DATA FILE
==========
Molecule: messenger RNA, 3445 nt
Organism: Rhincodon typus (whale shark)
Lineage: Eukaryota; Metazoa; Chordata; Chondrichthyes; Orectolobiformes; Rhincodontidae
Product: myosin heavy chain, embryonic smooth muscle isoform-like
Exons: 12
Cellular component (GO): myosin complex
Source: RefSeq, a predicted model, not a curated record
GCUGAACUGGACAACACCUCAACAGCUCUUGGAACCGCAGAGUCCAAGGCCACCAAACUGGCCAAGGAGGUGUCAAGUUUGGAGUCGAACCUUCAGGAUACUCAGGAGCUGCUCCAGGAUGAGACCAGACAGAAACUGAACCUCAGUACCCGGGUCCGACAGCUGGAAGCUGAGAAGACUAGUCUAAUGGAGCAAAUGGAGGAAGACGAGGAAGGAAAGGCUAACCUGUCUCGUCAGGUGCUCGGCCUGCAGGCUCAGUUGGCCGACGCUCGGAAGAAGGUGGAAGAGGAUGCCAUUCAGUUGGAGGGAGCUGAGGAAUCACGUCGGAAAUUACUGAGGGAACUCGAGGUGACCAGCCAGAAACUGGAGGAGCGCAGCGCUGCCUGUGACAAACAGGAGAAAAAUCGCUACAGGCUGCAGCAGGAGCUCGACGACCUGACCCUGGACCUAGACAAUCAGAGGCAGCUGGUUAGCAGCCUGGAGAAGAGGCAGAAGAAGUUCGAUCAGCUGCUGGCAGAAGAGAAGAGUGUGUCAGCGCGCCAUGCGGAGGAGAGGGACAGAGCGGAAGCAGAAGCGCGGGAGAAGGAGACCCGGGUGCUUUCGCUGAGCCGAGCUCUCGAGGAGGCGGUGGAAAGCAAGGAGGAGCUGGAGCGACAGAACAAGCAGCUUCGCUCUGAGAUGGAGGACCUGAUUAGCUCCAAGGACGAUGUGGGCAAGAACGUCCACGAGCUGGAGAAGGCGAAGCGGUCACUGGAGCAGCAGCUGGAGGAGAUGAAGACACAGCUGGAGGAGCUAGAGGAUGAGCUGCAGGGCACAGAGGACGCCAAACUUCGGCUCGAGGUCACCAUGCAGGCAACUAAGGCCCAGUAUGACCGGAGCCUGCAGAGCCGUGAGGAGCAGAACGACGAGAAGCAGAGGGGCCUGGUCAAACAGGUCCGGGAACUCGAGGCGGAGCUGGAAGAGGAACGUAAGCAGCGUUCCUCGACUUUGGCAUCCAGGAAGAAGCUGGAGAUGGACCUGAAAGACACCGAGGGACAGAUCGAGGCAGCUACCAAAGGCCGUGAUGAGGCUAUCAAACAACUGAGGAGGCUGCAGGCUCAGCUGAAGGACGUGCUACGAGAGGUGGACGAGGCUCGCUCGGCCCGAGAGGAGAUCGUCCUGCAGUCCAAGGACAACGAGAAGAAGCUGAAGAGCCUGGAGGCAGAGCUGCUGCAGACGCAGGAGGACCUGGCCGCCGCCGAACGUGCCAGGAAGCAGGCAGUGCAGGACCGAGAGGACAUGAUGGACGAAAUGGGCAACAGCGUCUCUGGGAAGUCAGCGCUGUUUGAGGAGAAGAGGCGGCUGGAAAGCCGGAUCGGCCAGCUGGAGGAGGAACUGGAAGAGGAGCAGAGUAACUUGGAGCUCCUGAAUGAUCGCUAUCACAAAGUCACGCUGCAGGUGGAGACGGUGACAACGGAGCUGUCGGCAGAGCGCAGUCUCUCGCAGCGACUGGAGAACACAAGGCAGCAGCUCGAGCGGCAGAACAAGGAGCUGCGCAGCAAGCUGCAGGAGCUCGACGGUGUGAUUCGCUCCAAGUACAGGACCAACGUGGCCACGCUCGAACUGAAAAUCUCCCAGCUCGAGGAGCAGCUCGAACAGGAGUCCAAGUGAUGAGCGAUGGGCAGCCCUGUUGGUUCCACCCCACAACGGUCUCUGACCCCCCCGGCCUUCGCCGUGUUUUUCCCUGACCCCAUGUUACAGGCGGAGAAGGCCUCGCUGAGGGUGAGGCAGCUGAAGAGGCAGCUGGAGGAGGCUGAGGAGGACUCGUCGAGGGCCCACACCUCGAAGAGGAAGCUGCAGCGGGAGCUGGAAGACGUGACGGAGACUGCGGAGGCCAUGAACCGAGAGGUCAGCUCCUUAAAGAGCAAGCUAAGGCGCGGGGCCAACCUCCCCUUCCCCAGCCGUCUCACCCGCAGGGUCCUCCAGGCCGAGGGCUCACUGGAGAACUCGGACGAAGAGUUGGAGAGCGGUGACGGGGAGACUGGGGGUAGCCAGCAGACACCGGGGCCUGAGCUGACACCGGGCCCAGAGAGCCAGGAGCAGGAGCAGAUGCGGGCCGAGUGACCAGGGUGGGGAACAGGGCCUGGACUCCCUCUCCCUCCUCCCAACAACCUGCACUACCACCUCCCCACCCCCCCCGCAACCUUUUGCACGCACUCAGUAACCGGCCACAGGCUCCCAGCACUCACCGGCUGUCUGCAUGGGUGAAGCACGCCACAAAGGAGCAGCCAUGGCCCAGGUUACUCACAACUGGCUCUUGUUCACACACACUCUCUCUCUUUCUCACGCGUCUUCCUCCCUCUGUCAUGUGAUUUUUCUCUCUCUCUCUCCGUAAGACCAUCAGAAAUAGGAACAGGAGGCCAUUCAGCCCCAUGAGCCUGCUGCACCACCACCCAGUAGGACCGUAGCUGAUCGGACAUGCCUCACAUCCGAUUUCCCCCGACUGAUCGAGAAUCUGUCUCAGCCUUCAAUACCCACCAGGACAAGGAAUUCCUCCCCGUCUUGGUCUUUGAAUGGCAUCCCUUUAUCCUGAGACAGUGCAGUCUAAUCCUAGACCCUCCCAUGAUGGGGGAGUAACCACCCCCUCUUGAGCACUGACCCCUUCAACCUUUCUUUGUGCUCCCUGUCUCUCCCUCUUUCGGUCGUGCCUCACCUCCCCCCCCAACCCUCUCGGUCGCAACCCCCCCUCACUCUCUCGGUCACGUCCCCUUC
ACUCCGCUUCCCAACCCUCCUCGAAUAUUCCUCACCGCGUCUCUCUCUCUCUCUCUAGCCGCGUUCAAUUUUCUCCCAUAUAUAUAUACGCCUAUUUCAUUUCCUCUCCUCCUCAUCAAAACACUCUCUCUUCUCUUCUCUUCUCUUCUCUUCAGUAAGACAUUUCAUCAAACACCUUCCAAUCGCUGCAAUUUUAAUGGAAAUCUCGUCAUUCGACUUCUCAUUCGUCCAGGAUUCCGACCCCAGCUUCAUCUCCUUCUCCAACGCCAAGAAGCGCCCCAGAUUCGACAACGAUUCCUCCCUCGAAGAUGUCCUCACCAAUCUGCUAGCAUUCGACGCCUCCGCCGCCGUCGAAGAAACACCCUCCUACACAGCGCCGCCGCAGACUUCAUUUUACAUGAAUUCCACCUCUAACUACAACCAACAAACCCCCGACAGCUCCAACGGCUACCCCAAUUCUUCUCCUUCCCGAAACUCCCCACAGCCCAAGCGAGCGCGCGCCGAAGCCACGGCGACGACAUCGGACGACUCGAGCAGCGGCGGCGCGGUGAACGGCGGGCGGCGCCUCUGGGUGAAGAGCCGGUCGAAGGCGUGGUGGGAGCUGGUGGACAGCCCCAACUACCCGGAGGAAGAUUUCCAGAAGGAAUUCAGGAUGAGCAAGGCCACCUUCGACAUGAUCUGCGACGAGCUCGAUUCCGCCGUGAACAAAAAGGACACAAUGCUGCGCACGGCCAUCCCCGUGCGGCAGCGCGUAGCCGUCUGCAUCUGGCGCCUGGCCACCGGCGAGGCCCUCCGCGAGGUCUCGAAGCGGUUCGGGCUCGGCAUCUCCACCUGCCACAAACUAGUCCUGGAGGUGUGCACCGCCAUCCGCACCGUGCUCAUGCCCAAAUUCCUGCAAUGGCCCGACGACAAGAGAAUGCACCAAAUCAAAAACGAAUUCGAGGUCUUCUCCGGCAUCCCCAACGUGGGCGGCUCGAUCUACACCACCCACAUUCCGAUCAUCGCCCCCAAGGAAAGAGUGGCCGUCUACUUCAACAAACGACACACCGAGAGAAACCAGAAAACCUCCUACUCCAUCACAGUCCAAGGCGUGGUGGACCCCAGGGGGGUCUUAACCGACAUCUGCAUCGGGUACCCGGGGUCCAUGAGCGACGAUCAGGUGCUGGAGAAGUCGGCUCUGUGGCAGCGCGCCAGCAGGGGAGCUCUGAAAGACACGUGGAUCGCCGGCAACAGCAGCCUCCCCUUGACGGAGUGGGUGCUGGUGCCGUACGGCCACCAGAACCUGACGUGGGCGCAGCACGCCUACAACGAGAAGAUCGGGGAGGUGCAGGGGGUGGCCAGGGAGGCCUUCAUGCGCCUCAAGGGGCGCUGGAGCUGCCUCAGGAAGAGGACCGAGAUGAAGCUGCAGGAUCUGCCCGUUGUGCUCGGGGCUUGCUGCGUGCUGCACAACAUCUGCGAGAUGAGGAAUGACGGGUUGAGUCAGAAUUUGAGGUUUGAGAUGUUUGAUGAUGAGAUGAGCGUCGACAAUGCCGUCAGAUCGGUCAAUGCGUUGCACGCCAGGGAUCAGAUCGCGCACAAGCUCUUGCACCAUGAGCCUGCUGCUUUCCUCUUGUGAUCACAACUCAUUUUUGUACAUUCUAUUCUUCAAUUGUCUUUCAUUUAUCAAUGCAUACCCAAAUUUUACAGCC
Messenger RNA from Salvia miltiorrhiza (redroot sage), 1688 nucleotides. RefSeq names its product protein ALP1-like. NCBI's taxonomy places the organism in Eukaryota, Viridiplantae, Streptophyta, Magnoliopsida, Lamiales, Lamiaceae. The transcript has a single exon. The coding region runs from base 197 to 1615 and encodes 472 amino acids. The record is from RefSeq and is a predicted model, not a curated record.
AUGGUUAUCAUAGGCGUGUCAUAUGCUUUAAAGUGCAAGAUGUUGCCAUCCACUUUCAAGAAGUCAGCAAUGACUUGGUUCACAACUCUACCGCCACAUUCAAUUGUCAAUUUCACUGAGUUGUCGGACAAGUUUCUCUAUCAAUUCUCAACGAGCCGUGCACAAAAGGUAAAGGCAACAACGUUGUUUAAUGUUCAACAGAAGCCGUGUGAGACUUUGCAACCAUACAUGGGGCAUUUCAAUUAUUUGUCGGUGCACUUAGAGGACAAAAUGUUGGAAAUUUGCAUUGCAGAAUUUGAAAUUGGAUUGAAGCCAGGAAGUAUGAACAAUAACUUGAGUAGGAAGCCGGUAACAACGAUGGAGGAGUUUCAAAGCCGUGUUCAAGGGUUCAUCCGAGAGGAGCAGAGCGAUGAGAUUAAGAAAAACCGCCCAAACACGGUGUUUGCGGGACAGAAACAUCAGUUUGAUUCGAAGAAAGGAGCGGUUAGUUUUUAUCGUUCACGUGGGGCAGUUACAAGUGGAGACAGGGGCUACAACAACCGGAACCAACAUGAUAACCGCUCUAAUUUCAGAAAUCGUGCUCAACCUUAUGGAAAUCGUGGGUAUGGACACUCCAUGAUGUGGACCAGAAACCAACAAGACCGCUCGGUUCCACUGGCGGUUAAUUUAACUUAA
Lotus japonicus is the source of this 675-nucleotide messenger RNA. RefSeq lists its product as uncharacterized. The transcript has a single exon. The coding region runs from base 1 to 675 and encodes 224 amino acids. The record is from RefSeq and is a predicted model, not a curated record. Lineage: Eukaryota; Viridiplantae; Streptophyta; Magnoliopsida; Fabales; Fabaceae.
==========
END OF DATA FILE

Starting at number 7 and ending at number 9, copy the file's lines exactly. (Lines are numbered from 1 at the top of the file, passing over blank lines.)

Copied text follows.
Source: RefSeq, a predicted model, not a curated record
GCUGAACUGGACAACACCUCAACAGCUCUUGGAACCGCAGAGUCCAAGGCCACCAAACUGGCCAAGGAGGUGUCAAGUUUGGAGUCGAACCUUCAGGAUACUCAGGAGCUGCUCCAGGAUGAGACCAGACAGAAACUGAACCUCAGUACCCGGGUCCGACAGCUGGAAGCUGAGAAGACUAGUCUAAUGGAGCAAAUGGAGGAAGACGAGGAAGGAAAGGCUAACCUGUCUCGUCAGGUGCUCGGCCUGCAGGCUCAGUUGGCCGACGCUCGGAAGAAGGUGGAAGAGGAUGCCAUUCAGUUGGAGGGAGCUGAGGAAUCACGUCGGAAAUUACUGAGGGAACUCGAGGUGACCAGCCAGAAACUGGAGGAGCGCAGCGCUGCCUGUGACAAACAGGAGAAAAAUCGCUACAGGCUGCAGCAGGAGCUCGACGACCUGACCCUGGACCUAGACAAUCAGAGGCAGCUGGUUAGCAGCCUGGAGAAGAGGCAGAAGAAGUUCGAUCAGCUGCUGGCAGAAGAGAAGAGUGUGUCAGCGCGCCAUGCGGAGGAGAGGGACAGAGCGGAAGCAGAAGCGCGGGAGAAGGAGACCCGGGUGCUUUCGCUGAGCCGAGCUCUCGAGGAGGCGGUGGAAAGCAAGGAGGAGCUGGAGCGACAGAACAAGCAGCUUCGCUCUGAGAUGGAGGACCUGAUUAGCUCCAAGGACGAUGUGGGCAAGAACGUCCACGAGCUGGAGAAGGCGAAGCGGUCACUGGAGCAGCAGCUGGAGGAGAUGAAGACACAGCUGGAGGAGCUAGAGGAUGAGCUGCAGGGCACAGAGGACGCCAAACUUCGGCUCGAGGUCACCAUGCAGGCAACUAAGGCCCAGUAUGACCGGAGCCUGCAGAGCCGUGAGGAGCAGAACGACGAGAAGCAGAGGGGCCUGGUCAAACAGGUCCGGGAACUCGAGGCGGAGCUGGAAGAGGAACGUAAGCAGCGUUCCUCGACUUUGGCAUCCAGGAAGAAGCUGGAGAUGGACCUGAAAGACACCGAGGGACAGAUCGAGGCAGCUACCAAAGGCCGUGAUGAGGCUAUCAAACAACUGAGGAGGCUGCAGGCUCAGCUGAAGGACGUGCUACGAGAGGUGGACGAGGCUCGCUCGGCCCGAGAGGAGAUCGUCCUGCAGUCCAAGGACAACGAGAAGAAGCUGAAGAGCCUGGAGGCAGAGCUGCUGCAGACGCAGGAGGACCUGGCCGCCGCCGAACGUGCCAGGAAGCAGGCAGUGCAGGACCGAGAGGACAUGAUGGACGAAAUGGGCAACAGCGUCUCUGGGAAGUCAGCGCUGUUUGAGGAGAAGAGGCGGCUGGAAAGCCGGAUCGGCCAGCUGGAGGAGGAACUGGAAGAGGAGCAGAGUAACUUGGAGCUCCUGAAUGAUCGCUAUCACAAAGUCACGCUGCAGGUGGAGACGGUGACAACGGAGCUGUCGGCAGAGCGCAGUCUCUCGCAGCGACUGGAGAACACAAGGCAGCAGCUCGAGCGGCAGAACAAGGAGCUGCGCAGCAAGCUGCAGGAGCUCGACGGUGUGAUUCGCUCCAAGUACAGGACCAACGUGGCCACGCUCGAACUGAAAAUCUCCCAGCUCGAGGAGCAGCUCGAACAGGAGUCCAAGUGAUGAGCGAUGGGCAGCCCUGUUGGUUCCACCCCACAACGGUCUCUGACCCCCCCGGCCUUCGCCGUGUUUUUCCCUGACCCCAUGUUACAGGCGGAGAAGGCCUCGCUGAGGGUGAGGCAGCUGAAGAGGCAGCUGGAGGAGGCUGAGGAGGACUCGUCGAGGGCCCACACCUCGAAGAGGAAGCUGCAGCGGGAGCUGGAAGACGUGACGGAGACUGCGGAGGCCAUGAACCGAGAGGUCAGCUCCUUAAAGAGCAAGCUAAGGCGCGGGGCCAACCUCCCCUUCCCCAGCCGUCUCACCCGCAGGGUCCUCCAGGCCGAGGGCUCACUGGAGAACUCGGACGAAGAGUUGGAGAGCGGUGACGGGGAGACUGGGGGUAGCCAGCAGACACCGGGGCCUGAGCUGACACCGGGCCCAGAGAGCCAGGAGCAGGAGCAGAUGCGGGCCGAGUGACCAGGGUGGGGAACAGGGCCUGGACUCCCUCUCCCUCCUCCCAACAACCUGCACUACCACCUCCCCACCCCCCCCGCAACCUUUUGCACGCACUCAGUAACCGGCCACAGGCUCCCAGCACUCACCGGCUGUCUGCAUGGGUGAAGCACGCCACAAAGGAGCAGCCAUGGCCCAGGUUACUCACAACUGGCUCUUGUUCACACACACUCUCUCUCUUUCUCACGCGUCUUCCUCCCUCUGUCAUGUGAUUUUUCUCUCUCUCUCUCCGUAAGACCAUCAGAAAUAGGAACAGGAGGCCAUUCAGCCCCAUGAGCCUGCUGCACCACCACCCAGUAGGACCGUAGCUGAUCGGACAUGCCUCACAUCCGAUUUCCCCCGACUGAUCGAGAAUCUGUCUCAGCCUUCAAUACCCACCAGGACAAGGAAUUCCUCCCCGUCUUGGUCUUUGAAUGGCAUCCCUUUAUCCUGAGACAGUGCAGUCUAAUCCUAGACCCUCCCAUGAUGGGGGAGUAACCACCCCCUCUUGAGCACUGACCCCUUCAACCUUUCUUUGUGCUCCCUGUCUCUCCCUCUUUCGGUCGUGCCUCACCUCCCCCCCCAACCCUCUCGGUCGCAACCCCCCCUCACUCUCUCGGUCACGUCCCCUUC
ACUCCGCUUCCCAACCCUCCUCGAAUAUUCCUCACCGCGUCUCUCUCUCUCUCUCUAGCCGCGUUCAAUUUUCUCCCAUAUAUAUAUACGCCUAUUUCAUUUCCUCUCCUCCUCAUCAAAACACUCUCUCUUCUCUUCUCUUCUCUUCUCUUCAGUAAGACAUUUCAUCAAACACCUUCCAAUCGCUGCAAUUUUAAUGGAAAUCUCGUCAUUCGACUUCUCAUUCGUCCAGGAUUCCGACCCCAGCUUCAUCUCCUUCUCCAACGCCAAGAAGCGCCCCAGAUUCGACAACGAUUCCUCCCUCGAAGAUGUCCUCACCAAUCUGCUAGCAUUCGACGCCUCCGCCGCCGUCGAAGAAACACCCUCCUACACAGCGCCGCCGCAGACUUCAUUUUACAUGAAUUCCACCUCUAACUACAACCAACAAACCCCCGACAGCUCCAACGGCUACCCCAAUUCUUCUCCUUCCCGAAACUCCCCACAGCCCAAGCGAGCGCGCGCCGAAGCCACGGCGACGACAUCGGACGACUCGAGCAGCGGCGGCGCGGUGAACGGCGGGCGGCGCCUCUGGGUGAAGAGCCGGUCGAAGGCGUGGUGGGAGCUGGUGGACAGCCCCAACUACCCGGAGGAAGAUUUCCAGAAGGAAUUCAGGAUGAGCAAGGCCACCUUCGACAUGAUCUGCGACGAGCUCGAUUCCGCCGUGAACAAAAAGGACACAAUGCUGCGCACGGCCAUCCCCGUGCGGCAGCGCGUAGCCGUCUGCAUCUGGCGCCUGGCCACCGGCGAGGCCCUCCGCGAGGUCUCGAAGCGGUUCGGGCUCGGCAUCUCCACCUGCCACAAACUAGUCCUGGAGGUGUGCACCGCCAUCCGCACCGUGCUCAUGCCCAAAUUCCUGCAAUGGCCCGACGACAAGAGAAUGCACCAAAUCAAAAACGAAUUCGAGGUCUUCUCCGGCAUCCCCAACGUGGGCGGCUCGAUCUACACCACCCACAUUCCGAUCAUCGCCCCCAAGGAAAGAGUGGCCGUCUACUUCAACAAACGACACACCGAGAGAAACCAGAAAACCUCCUACUCCAUCACAGUCCAAGGCGUGGUGGACCCCAGGGGGGUCUUAACCGACAUCUGCAUCGGGUACCCGGGGUCCAUGAGCGACGAUCAGGUGCUGGAGAAGUCGGCUCUGUGGCAGCGCGCCAGCAGGGGAGCUCUGAAAGACACGUGGAUCGCCGGCAACAGCAGCCUCCCCUUGACGGAGUGGGUGCUGGUGCCGUACGGCCACCAGAACCUGACGUGGGCGCAGCACGCCUACAACGAGAAGAUCGGGGAGGUGCAGGGGGUGGCCAGGGAGGCCUUCAUGCGCCUCAAGGGGCGCUGGAGCUGCCUCAGGAAGAGGACCGAGAUGAAGCUGCAGGAUCUGCCCGUUGUGCUCGGGGCUUGCUGCGUGCUGCACAACAUCUGCGAGAUGAGGAAUGACGGGUUGAGUCAGAAUUUGAGGUUUGAGAUGUUUGAUGAUGAGAUGAGCGUCGACAAUGCCGUCAGAUCGGUCAAUGCGUUGCACGCCAGGGAUCAGAUCGCGCACAAGCUCUUGCACCAUGAGCCUGCUGCUUUCCUCUUGUGAUCACAACUCAUUUUUGUACAUUCUAUUCUUCAAUUGUCUUUCAUUUAUCAAUGCAUACCCAAAUUUUACAGCC